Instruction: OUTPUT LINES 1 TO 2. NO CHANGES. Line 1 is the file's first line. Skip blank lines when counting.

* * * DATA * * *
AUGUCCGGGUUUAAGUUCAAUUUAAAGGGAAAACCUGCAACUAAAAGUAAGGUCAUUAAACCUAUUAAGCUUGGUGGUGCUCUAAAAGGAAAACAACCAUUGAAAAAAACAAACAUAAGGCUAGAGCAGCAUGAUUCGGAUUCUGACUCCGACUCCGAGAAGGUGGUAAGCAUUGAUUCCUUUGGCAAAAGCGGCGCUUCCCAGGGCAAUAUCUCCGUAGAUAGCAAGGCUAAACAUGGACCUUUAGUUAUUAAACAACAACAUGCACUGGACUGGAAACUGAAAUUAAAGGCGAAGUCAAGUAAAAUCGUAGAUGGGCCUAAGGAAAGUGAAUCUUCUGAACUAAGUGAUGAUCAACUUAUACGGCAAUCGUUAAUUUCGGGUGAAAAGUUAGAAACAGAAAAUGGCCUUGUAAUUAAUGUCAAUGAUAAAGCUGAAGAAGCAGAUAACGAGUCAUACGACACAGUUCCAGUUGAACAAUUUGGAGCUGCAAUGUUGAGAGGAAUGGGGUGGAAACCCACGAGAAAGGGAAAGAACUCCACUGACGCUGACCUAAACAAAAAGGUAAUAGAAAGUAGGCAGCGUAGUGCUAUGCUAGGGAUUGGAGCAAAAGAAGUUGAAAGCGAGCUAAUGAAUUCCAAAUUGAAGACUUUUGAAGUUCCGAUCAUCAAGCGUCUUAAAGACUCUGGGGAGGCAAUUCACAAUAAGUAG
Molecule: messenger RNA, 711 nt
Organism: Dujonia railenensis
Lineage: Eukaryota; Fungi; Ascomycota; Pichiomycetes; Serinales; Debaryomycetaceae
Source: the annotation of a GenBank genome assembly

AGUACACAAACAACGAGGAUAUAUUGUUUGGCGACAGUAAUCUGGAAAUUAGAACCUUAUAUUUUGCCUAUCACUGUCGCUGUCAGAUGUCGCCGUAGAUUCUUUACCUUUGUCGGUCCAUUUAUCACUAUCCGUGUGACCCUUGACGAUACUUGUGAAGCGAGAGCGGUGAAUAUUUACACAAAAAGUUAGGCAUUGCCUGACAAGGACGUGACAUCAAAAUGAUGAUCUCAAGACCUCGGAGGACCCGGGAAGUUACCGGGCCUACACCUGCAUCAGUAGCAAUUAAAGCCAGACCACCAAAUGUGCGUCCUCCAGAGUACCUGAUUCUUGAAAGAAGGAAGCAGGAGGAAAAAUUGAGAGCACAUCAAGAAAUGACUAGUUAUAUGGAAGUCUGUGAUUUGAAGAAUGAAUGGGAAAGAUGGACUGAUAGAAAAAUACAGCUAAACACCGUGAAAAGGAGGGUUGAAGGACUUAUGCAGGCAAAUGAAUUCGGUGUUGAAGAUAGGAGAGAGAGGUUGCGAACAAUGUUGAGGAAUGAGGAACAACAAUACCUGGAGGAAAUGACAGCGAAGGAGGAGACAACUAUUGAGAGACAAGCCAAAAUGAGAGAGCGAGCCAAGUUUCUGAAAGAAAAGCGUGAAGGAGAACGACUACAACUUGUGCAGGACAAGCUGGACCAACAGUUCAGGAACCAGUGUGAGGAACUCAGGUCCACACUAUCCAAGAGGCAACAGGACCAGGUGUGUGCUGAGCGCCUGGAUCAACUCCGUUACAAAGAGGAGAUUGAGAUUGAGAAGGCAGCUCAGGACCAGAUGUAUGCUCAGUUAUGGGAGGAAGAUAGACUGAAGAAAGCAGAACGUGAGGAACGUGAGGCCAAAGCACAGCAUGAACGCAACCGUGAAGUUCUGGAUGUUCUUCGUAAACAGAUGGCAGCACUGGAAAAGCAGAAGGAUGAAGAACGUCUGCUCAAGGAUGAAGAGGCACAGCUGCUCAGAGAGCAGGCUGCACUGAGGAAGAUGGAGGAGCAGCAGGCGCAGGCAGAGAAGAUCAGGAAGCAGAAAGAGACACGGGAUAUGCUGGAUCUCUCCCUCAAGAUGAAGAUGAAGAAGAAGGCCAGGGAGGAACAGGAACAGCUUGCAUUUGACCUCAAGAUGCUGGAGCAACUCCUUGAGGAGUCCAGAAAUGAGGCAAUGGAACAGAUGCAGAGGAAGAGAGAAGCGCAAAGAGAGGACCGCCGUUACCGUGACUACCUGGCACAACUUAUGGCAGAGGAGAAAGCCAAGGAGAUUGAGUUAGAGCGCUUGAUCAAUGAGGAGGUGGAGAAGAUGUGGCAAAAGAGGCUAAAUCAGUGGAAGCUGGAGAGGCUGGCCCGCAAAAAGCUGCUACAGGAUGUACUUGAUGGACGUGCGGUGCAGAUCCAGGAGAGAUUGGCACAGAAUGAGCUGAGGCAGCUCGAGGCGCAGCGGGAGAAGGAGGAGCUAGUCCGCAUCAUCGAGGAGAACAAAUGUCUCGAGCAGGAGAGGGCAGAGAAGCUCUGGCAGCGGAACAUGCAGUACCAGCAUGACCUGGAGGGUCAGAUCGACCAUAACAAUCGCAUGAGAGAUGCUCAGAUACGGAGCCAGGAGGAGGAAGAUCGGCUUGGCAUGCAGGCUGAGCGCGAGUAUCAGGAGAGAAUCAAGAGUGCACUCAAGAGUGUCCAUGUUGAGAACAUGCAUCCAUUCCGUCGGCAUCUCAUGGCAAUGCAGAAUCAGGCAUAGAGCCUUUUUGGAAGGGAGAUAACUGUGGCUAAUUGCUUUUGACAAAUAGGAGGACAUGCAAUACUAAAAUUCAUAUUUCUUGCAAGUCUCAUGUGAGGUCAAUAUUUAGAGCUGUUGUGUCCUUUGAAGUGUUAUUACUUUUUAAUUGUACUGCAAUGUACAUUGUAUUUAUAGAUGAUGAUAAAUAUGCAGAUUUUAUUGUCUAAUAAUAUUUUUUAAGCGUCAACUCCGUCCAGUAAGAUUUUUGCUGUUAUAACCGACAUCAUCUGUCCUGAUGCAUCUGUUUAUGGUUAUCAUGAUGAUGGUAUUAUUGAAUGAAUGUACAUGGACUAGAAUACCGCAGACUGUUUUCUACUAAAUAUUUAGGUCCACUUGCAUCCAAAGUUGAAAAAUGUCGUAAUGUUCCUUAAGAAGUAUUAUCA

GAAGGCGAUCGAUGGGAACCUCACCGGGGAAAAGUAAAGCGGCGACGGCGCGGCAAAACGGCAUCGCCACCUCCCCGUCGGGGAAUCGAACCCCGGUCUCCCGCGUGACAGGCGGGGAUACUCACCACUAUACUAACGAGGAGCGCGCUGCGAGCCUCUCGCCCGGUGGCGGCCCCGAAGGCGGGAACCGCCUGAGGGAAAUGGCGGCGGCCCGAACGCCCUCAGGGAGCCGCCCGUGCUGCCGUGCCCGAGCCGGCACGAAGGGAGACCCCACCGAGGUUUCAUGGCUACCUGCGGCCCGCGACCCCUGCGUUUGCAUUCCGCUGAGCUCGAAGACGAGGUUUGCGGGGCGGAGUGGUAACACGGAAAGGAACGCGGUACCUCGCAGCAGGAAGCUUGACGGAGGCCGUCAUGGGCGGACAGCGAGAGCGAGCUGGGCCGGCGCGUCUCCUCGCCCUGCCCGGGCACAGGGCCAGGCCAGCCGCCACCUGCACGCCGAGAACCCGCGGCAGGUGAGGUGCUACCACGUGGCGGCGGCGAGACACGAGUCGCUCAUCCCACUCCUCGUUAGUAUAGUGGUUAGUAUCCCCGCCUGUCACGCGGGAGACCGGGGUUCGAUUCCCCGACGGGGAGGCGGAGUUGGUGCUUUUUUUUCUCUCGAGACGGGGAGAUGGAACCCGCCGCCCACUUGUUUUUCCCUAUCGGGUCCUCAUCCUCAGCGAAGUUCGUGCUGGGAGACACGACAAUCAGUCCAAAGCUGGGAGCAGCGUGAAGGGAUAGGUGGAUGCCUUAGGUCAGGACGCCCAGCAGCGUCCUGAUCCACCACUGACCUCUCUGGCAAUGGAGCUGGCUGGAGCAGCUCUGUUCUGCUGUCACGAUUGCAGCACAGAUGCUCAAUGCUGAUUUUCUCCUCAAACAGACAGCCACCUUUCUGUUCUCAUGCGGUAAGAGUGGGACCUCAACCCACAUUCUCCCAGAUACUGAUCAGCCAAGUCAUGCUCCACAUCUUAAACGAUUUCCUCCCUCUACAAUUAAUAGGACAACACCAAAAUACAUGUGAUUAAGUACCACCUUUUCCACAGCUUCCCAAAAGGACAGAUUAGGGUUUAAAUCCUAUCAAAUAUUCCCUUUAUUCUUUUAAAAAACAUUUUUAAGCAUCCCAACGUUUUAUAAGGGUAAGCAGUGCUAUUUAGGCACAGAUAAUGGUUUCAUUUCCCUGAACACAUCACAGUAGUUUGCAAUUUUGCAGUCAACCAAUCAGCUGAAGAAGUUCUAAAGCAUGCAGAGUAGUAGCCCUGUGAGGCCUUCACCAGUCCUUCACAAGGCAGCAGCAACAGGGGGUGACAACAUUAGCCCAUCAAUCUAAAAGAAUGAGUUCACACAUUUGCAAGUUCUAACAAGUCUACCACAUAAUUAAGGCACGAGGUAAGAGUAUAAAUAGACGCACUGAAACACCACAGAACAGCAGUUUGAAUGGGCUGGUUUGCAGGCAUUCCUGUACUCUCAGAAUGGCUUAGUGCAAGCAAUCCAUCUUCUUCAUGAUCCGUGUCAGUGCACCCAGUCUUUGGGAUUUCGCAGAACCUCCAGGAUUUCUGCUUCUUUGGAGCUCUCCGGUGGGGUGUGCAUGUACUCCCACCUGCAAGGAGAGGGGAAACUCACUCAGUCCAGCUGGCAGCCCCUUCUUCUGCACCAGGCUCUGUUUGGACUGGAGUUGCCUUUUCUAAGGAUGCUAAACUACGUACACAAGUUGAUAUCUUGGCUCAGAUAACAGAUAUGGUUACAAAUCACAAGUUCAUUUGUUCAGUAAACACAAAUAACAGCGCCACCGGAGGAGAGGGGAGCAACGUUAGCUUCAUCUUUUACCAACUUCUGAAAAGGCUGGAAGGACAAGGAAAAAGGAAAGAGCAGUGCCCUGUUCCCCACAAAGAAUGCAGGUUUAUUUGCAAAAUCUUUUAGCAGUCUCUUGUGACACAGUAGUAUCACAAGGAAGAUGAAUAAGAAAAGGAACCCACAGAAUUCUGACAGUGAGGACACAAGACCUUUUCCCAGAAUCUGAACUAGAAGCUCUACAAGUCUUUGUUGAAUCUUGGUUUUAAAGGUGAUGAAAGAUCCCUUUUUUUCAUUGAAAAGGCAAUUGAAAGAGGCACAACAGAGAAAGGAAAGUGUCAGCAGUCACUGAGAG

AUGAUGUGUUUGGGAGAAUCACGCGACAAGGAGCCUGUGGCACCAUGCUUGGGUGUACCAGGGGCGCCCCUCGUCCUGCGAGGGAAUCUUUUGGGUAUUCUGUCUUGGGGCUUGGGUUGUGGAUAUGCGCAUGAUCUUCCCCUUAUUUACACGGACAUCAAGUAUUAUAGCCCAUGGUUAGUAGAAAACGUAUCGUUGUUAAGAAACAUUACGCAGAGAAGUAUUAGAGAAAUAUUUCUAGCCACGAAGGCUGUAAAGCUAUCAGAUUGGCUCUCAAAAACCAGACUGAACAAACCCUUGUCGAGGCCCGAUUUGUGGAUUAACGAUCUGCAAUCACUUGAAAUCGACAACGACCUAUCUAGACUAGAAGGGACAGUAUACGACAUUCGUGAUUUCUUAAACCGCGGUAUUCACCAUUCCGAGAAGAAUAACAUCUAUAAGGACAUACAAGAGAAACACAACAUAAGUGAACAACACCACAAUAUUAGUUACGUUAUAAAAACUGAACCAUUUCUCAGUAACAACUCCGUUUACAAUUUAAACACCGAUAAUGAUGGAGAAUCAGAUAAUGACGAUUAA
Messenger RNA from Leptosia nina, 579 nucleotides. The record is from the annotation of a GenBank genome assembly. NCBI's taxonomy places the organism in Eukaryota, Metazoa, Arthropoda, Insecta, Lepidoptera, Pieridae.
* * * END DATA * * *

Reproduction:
AUGUCCGGGUUUAAGUUCAAUUUAAAGGGAAAACCUGCAACUAAAAGUAAGGUCAUUAAACCUAUUAAGCUUGGUGGUGCUCUAAAAGGAAAACAACCAUUGAAAAAAACAAACAUAAGGCUAGAGCAGCAUGAUUCGGAUUCUGACUCCGACUCCGAGAAGGUGGUAAGCAUUGAUUCCUUUGGCAAAAGCGGCGCUUCCCAGGGCAAUAUCUCCGUAGAUAGCAAGGCUAAACAUGGACCUUUAGUUAUUAAACAACAACAUGCACUGGACUGGAAACUGAAAUUAAAGGCGAAGUCAAGUAAAAUCGUAGAUGGGCCUAAGGAAAGUGAAUCUUCUGAACUAAGUGAUGAUCAACUUAUACGGCAAUCGUUAAUUUCGGGUGAAAAGUUAGAAACAGAAAAUGGCCUUGUAAUUAAUGUCAAUGAUAAAGCUGAAGAAGCAGAUAACGAGUCAUACGACACAGUUCCAGUUGAACAAUUUGGAGCUGCAAUGUUGAGAGGAAUGGGGUGGAAACCCACGAGAAAGGGAAAGAACUCCACUGACGCUGACCUAAACAAAAAGGUAAUAGAAAGUAGGCAGCGUAGUGCUAUGCUAGGGAUUGGAGCAAAAGAAGUUGAAAGCGAGCUAAUGAAUUCCAAAUUGAAGACUUUUGAAGUUCCGAUCAUCAAGCGUCUUAAAGACUCUGGGGAGGCAAUUCACAAUAAGUAG
Molecule: messenger RNA, 711 nt